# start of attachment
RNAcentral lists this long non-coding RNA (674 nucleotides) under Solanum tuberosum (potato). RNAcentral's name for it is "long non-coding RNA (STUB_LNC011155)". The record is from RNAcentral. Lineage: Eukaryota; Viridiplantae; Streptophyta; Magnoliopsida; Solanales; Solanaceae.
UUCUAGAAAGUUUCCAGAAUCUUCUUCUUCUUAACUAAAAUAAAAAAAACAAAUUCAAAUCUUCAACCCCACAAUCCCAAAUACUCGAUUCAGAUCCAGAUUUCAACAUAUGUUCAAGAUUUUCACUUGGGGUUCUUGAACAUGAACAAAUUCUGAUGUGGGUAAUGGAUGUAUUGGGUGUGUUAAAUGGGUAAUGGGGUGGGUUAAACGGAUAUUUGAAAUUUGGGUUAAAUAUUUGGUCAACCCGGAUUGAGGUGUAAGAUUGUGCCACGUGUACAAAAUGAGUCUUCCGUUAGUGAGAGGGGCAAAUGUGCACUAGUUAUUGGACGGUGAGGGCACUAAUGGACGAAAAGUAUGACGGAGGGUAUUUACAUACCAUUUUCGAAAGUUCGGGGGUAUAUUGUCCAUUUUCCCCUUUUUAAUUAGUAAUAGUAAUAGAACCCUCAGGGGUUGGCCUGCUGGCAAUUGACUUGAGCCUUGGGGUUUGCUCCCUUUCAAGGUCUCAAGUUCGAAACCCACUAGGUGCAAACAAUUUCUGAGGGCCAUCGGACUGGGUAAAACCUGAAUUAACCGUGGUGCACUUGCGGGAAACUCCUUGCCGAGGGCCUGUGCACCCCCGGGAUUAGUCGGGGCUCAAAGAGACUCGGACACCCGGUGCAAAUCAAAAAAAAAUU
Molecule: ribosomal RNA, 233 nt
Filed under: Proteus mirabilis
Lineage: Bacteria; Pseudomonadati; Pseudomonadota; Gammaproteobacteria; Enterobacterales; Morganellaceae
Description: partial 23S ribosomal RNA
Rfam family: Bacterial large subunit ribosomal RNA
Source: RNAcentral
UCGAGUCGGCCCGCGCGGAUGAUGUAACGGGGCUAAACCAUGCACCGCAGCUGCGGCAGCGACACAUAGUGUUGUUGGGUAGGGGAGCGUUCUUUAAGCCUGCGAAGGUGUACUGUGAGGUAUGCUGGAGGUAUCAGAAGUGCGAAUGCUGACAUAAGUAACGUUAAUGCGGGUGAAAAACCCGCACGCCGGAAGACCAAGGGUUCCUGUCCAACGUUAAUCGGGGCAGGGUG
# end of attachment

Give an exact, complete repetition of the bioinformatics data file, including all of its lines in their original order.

RNAcentral lists this long non-coding RNA (674 nucleotides) under Solanum tuberosum (potato). RNAcentral's name for it is "long non-coding RNA (STUB_LNC011155)". The record is from RNAcentral. Lineage: Eukaryota; Viridiplantae; Streptophyta; Magnoliopsida; Solanales; Solanaceae.
UUCUAGAAAGUUUCCAGAAUCUUCUUCUUCUUAACUAAAAUAAAAAAAACAAAUUCAAAUCUUCAACCCCACAAUCCCAAAUACUCGAUUCAGAUCCAGAUUUCAACAUAUGUUCAAGAUUUUCACUUGGGGUUCUUGAACAUGAACAAAUUCUGAUGUGGGUAAUGGAUGUAUUGGGUGUGUUAAAUGGGUAAUGGGGUGGGUUAAACGGAUAUUUGAAAUUUGGGUUAAAUAUUUGGUCAACCCGGAUUGAGGUGUAAGAUUGUGCCACGUGUACAAAAUGAGUCUUCCGUUAGUGAGAGGGGCAAAUGUGCACUAGUUAUUGGACGGUGAGGGCACUAAUGGACGAAAAGUAUGACGGAGGGUAUUUACAUACCAUUUUCGAAAGUUCGGGGGUAUAUUGUCCAUUUUCCCCUUUUUAAUUAGUAAUAGUAAUAGAACCCUCAGGGGUUGGCCUGCUGGCAAUUGACUUGAGCCUUGGGGUUUGCUCCCUUUCAAGGUCUCAAGUUCGAAACCCACUAGGUGCAAACAAUUUCUGAGGGCCAUCGGACUGGGUAAAACCUGAAUUAACCGUGGUGCACUUGCGGGAAACUCCUUGCCGAGGGCCUGUGCACCCCCGGGAUUAGUCGGGGCUCAAAGAGACUCGGACACCCGGUGCAAAUCAAAAAAAAAUU
Molecule: ribosomal RNA, 233 nt
Filed under: Proteus mirabilis
Lineage: Bacteria; Pseudomonadati; Pseudomonadota; Gammaproteobacteria; Enterobacterales; Morganellaceae
Description: partial 23S ribosomal RNA
Rfam family: Bacterial large subunit ribosomal RNA
Source: RNAcentral
UCGAGUCGGCCCGCGCGGAUGAUGUAACGGGGCUAAACCAUGCACCGCAGCUGCGGCAGCGACACAUAGUGUUGUUGGGUAGGGGAGCGUUCUUUAAGCCUGCGAAGGUGUACUGUGAGGUAUGCUGGAGGUAUCAGAAGUGCGAAUGCUGACAUAAGUAACGUUAAUGCGGGUGAAAAACCCGCACGCCGGAAGACCAAGGGUUCCUGUCCAACGUUAAUCGGGGCAGGGUG